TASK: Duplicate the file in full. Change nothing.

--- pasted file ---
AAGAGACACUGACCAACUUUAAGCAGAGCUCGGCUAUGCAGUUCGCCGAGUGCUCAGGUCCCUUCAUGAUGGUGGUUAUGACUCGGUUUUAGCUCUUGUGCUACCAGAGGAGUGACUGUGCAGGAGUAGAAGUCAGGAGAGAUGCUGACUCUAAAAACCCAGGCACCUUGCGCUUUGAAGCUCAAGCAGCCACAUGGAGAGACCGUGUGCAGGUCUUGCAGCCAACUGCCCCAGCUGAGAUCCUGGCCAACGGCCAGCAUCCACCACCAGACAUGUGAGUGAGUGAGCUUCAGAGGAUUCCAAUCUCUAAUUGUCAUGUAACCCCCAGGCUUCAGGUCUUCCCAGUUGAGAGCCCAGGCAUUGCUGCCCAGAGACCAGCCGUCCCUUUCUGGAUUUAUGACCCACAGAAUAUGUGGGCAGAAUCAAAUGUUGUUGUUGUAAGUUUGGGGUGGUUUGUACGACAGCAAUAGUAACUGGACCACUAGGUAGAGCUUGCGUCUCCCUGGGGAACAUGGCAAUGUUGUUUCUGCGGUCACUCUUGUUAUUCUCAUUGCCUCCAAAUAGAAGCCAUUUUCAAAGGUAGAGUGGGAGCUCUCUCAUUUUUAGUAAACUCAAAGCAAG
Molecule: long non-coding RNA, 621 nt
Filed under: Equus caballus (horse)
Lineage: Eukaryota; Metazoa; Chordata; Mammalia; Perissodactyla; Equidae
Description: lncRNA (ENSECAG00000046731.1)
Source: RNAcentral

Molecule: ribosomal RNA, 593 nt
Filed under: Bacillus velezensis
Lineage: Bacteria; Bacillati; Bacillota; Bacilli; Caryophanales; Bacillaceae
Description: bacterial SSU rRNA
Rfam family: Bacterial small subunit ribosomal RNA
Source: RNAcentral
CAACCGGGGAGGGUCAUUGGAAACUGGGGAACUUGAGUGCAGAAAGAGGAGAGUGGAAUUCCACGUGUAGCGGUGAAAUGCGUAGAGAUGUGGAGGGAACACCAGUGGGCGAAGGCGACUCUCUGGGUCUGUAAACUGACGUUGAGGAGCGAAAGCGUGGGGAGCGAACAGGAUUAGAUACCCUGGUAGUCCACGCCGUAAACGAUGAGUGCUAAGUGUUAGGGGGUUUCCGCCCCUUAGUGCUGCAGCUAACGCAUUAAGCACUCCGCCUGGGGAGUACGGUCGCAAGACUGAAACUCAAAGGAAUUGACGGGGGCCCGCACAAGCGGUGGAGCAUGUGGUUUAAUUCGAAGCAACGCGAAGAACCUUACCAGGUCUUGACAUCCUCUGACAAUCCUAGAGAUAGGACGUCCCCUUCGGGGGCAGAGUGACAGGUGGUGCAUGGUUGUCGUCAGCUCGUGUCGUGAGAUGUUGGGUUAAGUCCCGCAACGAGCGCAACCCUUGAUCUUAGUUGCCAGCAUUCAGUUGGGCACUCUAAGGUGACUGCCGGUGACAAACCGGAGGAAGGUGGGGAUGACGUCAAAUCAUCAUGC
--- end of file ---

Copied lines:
AAGAGACACUGACCAACUUUAAGCAGAGCUCGGCUAUGCAGUUCGCCGAGUGCUCAGGUCCCUUCAUGAUGGUGGUUAUGACUCGGUUUUAGCUCUUGUGCUACCAGAGGAGUGACUGUGCAGGAGUAGAAGUCAGGAGAGAUGCUGACUCUAAAAACCCAGGCACCUUGCGCUUUGAAGCUCAAGCAGCCACAUGGAGAGACCGUGUGCAGGUCUUGCAGCCAACUGCCCCAGCUGAGAUCCUGGCCAACGGCCAGCAUCCACCACCAGACAUGUGAGUGAGUGAGCUUCAGAGGAUUCCAAUCUCUAAUUGUCAUGUAACCCCCAGGCUUCAGGUCUUCCCAGUUGAGAGCCCAGGCAUUGCUGCCCAGAGACCAGCCGUCCCUUUCUGGAUUUAUGACCCACAGAAUAUGUGGGCAGAAUCAAAUGUUGUUGUUGUAAGUUUGGGGUGGUUUGUACGACAGCAAUAGUAACUGGACCACUAGGUAGAGCUUGCGUCUCCCUGGGGAACAUGGCAAUGUUGUUUCUGCGGUCACUCUUGUUAUUCUCAUUGCCUCCAAAUAGAAGCCAUUUUCAAAGGUAGAGUGGGAGCUCUCUCAUUUUUAGUAAACUCAAAGCAAG
Molecule: long non-coding RNA, 621 nt
Filed under: Equus caballus (horse)
Lineage: Eukaryota; Metazoa; Chordata; Mammalia; Perissodactyla; Equidae
Description: lncRNA (ENSECAG00000046731.1)
Source: RNAcentral

Molecule: ribosomal RNA, 593 nt
Filed under: Bacillus velezensis
Lineage: Bacteria; Bacillati; Bacillota; Bacilli; Caryophanales; Bacillaceae
Description: bacterial SSU rRNA
Rfam family: Bacterial small subunit ribosomal RNA
Source: RNAcentral
CAACCGGGGAGGGUCAUUGGAAACUGGGGAACUUGAGUGCAGAAAGAGGAGAGUGGAAUUCCACGUGUAGCGGUGAAAUGCGUAGAGAUGUGGAGGGAACACCAGUGGGCGAAGGCGACUCUCUGGGUCUGUAAACUGACGUUGAGGAGCGAAAGCGUGGGGAGCGAACAGGAUUAGAUACCCUGGUAGUCCACGCCGUAAACGAUGAGUGCUAAGUGUUAGGGGGUUUCCGCCCCUUAGUGCUGCAGCUAACGCAUUAAGCACUCCGCCUGGGGAGUACGGUCGCAAGACUGAAACUCAAAGGAAUUGACGGGGGCCCGCACAAGCGGUGGAGCAUGUGGUUUAAUUCGAAGCAACGCGAAGAACCUUACCAGGUCUUGACAUCCUCUGACAAUCCUAGAGAUAGGACGUCCCCUUCGGGGGCAGAGUGACAGGUGGUGCAUGGUUGUCGUCAGCUCGUGUCGUGAGAUGUUGGGUUAAGUCCCGCAACGAGCGCAACCCUUGAUCUUAGUUGCCAGCAUUCAGUUGGGCACUCUAAGGUGACUGCCGGUGACAAACCGGAGGAAGGUGGGGAUGACGUCAAAUCAUCAUGC